Counties, law enforcement support proposal

Twenty-three out of Oregon’s 36 counties have signaled a desire to participate in the new programs and work with law enforcement and behavioral health providers to set up new programs. They represent more than 80% of the state’s population.

Counties that have signed on, stretching from urban Portland to rural counties, could seek state grants for the programs, which lawmakers have promised to fund. The estimated available funding is $30.5 million, which would go to counties and community mental health programs, which contract with counties.

State organizations representing district attorneys, police chiefs and sheriffs said they support the latest version of the proposal, along with the League of Oregon Cities. 

“What we have seen over the last few years as fentanyl has hit the West Coast is unacceptable, and we need to take action to help those struggling with addiction,” Multnomah County District Attorney Michael Schmidt told lawmakers. “In Portland, we see open use of hard drugs on our streets — in front of our businesses, our parks, and our schools. We absolutely cannot continue to tolerate this.”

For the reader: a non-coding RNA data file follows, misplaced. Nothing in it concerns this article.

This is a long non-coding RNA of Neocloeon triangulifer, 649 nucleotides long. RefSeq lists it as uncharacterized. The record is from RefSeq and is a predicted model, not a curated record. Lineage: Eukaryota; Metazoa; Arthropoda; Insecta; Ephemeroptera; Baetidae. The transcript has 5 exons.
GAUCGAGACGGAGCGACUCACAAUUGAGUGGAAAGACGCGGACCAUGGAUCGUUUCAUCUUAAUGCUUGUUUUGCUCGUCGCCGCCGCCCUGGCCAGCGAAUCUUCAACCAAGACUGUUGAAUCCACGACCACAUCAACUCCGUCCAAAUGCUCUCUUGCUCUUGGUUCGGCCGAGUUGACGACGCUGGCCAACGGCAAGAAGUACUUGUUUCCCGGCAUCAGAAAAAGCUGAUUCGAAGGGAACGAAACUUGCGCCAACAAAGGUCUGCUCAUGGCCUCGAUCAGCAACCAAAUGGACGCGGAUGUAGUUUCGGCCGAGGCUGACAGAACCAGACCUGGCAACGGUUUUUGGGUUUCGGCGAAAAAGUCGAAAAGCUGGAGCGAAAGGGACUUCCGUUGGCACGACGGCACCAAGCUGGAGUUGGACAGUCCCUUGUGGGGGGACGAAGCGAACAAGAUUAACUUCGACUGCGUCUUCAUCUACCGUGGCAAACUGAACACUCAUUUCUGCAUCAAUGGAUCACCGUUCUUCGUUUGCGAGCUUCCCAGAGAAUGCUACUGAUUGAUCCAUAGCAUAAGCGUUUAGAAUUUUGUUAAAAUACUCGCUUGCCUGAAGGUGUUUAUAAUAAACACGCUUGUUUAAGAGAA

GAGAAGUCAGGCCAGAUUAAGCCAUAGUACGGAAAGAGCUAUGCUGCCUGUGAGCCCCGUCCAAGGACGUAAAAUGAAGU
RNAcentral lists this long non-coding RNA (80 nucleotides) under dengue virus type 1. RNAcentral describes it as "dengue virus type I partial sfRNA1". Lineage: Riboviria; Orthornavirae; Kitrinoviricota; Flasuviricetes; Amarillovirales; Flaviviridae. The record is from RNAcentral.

The proposal would provide the community support that Measure 110 did not, said Daniel Primus, Umatilla County district attorney and the president of the Oregon District Attorneys Association.

“The amendment makes it clear that Oregon is not open for business to drug dealers,” Primus said.

Sheriffs and police organizations also support the measure. Hood River Sheriff Matt English, speaking for the Oregon State Sheriffs’ Association, called the bill a “true partnership” that would provide accountability and offer pathways to treatment and, for those who ended up in jail, addiction medication. The proposal would put $10 million toward medication and treatment in jails.

Another police official urged lawmakers to weigh the widespread impact of the overdose crisis.

“Oregon’s drug addiction and fentanyl overdose crisis is destroying lives, devastating families and eroding the safety and livability of our communities,” said Matt Scales, McMinnville’s police chief and president of the Oregon Association of Chiefs of Police. “There isn’t a community anywhere in the state that isn’t significantly impacted by the crisis.”

Ben Botkin covers justice, health and social services issues for the Oregon Capital Chronicle.

Picture of Bert Etling

Bert Etling

Bert Etling is the executive editor of Ashland.news. Email him at betling@ashland.news.